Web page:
A team of researchers at Virginia Tech working with one colleague from Dongbei University of Finance and Economics and another from Santa Clara University has developed a process for recycling polystyrene that involves the capture of valuable products. In their paper published in Proceedings of the National Academy of Sciences, the group describes their process and how it could be used in large-scale applications.
As the researchers note, hundreds of millions of tons of plastics are produced around the world every year and approximately 40% of them are short-term use, which means they wind up in landfills instead of being recycled. In this new effort, the researchers have taken a different approach. Instead of attempting to process one type of plastic—polystyrene—so that it can be used again, they have treated it to allow the removal of its valuable materials for use in other applications.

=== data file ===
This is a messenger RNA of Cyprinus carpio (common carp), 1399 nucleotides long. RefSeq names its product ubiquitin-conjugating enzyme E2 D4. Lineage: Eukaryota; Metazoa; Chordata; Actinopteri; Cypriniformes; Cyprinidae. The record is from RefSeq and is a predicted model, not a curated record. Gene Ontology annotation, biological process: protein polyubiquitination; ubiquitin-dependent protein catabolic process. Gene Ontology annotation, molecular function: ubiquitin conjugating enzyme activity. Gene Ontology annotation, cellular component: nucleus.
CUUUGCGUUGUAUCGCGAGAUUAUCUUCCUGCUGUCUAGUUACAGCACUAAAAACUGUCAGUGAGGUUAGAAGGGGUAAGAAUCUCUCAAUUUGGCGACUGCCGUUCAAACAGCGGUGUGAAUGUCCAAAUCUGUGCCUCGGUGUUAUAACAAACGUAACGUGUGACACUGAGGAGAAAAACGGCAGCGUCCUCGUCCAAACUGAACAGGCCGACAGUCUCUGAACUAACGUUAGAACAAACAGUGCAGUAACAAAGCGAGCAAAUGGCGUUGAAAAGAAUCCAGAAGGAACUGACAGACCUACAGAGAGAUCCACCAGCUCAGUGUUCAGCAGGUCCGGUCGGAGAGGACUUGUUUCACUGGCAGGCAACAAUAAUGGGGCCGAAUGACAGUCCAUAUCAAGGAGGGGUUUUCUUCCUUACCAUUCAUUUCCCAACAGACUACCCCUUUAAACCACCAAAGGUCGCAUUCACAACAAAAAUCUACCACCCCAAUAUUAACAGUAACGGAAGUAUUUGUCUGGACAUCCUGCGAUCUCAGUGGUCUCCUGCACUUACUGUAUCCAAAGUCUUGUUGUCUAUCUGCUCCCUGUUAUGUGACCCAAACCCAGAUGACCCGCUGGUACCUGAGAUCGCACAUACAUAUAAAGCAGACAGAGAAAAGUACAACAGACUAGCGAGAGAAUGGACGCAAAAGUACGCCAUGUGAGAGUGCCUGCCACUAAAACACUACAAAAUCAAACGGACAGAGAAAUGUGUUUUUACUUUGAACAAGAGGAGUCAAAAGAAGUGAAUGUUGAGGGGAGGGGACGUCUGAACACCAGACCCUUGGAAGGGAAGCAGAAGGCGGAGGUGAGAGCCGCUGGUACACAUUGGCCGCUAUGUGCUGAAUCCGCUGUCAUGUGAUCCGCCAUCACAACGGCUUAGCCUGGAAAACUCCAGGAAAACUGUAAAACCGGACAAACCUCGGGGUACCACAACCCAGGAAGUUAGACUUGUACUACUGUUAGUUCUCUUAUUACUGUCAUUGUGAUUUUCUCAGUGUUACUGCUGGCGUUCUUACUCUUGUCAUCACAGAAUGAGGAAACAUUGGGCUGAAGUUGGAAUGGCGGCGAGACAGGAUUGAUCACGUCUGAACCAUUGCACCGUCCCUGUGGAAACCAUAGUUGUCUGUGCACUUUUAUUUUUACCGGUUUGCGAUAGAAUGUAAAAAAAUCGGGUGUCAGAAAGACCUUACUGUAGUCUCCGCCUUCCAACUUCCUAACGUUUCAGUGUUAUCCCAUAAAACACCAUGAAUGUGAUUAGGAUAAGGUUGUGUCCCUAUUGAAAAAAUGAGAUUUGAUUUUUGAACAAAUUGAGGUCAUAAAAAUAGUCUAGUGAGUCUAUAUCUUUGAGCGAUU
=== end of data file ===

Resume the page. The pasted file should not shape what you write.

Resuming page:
Polystyrene is made from monomers of aromatic hydrocarbon styrene. The plastic in its most basic form is hard, clear and brittle. It is used to make a wide variety of products, most typically Styrofoam packaging and bottles.
The work involved using chemical reactions to extract useful or valuable materials from a polystyrene sample. The process they developed involves inexpensive chemicals along with ultraviolet light irradiation. The researchers also note that their process reduced the plastic to its aromatic components. Then, by adding certain solvents, they could extract a desired material, such as diphenylmethane, which is far more valuable than the plastic from which it came. The researchers note that their process also produces a type of raw gasoline and asphalt as byproducts.
The researchers tested their process on samples of polystyrene collected from a local landfill and found it worked as desired. They suggest their process is easily scalable and even went so far as to calculate the cost of building a plant capable of producing products such as 4-oxo-4-phenyl-butyric acid, 1,2-diphenylmethane, benzophenone, in addition to diphenylmethane—$1.28 million. They conclude that their decomposition and upcycling strategy is viable; not only would it reduce the amount of plastic piling up around the world, it would provide a financial incentive to do so.